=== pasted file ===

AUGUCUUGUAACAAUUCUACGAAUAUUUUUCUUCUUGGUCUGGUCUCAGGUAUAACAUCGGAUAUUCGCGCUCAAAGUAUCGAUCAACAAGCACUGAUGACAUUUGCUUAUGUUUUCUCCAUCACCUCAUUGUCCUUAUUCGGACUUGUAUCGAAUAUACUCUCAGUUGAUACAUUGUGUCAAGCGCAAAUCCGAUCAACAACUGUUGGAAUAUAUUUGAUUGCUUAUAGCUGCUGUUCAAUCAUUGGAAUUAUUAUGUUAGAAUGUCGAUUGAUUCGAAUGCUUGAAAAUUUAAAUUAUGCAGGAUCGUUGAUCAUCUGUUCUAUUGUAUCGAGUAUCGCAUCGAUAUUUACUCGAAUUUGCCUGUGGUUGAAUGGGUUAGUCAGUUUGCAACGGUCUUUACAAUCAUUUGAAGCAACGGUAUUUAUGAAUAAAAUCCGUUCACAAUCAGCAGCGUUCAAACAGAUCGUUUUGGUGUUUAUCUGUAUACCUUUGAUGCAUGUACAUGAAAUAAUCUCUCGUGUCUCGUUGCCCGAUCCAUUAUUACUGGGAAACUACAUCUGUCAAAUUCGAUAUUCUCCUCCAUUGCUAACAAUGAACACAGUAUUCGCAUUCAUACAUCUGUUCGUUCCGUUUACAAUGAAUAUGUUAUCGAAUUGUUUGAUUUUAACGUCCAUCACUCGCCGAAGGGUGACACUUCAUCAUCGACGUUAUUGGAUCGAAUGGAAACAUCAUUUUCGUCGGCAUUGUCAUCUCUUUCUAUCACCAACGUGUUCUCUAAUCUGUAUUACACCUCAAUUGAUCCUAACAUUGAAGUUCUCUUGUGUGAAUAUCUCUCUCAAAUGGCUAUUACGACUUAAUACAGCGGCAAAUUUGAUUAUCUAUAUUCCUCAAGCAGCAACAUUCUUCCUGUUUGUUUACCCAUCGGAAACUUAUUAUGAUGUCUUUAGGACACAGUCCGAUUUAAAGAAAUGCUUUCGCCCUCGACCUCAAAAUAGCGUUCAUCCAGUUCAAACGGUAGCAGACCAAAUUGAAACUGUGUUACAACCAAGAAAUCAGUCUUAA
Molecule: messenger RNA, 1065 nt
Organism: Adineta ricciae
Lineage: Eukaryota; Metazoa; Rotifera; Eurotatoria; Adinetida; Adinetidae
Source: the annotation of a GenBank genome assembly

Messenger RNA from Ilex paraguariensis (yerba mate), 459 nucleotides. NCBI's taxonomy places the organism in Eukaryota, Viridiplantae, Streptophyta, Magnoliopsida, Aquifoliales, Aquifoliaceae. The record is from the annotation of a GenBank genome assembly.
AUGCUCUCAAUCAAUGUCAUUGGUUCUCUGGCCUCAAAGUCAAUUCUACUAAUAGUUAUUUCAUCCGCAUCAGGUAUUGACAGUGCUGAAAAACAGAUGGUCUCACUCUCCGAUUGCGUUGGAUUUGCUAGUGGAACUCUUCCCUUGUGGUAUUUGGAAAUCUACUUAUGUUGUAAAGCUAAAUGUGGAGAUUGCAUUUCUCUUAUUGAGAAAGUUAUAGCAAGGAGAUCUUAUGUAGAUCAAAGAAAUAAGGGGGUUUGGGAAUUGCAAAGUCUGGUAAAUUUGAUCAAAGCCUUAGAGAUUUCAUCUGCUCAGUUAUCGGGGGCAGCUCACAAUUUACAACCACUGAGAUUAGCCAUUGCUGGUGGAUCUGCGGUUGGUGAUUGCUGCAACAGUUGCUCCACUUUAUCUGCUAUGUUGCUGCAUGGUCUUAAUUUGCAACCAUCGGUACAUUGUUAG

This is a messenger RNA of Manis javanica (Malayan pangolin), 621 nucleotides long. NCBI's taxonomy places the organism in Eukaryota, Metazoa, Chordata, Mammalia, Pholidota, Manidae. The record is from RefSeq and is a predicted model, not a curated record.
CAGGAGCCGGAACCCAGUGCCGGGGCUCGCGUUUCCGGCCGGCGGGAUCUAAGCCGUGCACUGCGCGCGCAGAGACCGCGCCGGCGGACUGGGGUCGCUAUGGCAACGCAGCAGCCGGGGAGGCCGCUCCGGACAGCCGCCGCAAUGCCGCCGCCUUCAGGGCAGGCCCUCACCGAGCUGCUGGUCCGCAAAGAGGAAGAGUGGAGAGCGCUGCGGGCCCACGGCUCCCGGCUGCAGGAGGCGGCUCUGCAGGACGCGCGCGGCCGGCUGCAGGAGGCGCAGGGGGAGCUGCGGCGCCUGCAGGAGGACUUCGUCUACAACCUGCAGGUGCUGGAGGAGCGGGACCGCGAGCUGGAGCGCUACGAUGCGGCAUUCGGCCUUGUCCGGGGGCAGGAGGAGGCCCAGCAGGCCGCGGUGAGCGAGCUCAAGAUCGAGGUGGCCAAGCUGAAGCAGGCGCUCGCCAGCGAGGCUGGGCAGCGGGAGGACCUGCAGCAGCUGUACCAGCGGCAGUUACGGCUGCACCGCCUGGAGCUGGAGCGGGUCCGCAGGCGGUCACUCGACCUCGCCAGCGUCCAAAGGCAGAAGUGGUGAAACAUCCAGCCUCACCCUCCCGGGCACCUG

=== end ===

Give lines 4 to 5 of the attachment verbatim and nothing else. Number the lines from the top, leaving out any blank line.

Lineage: Eukaryota; Metazoa; Rotifera; Eurotatoria; Adinetida; Adinetidae
Source: the annotation of a GenBank genome assembly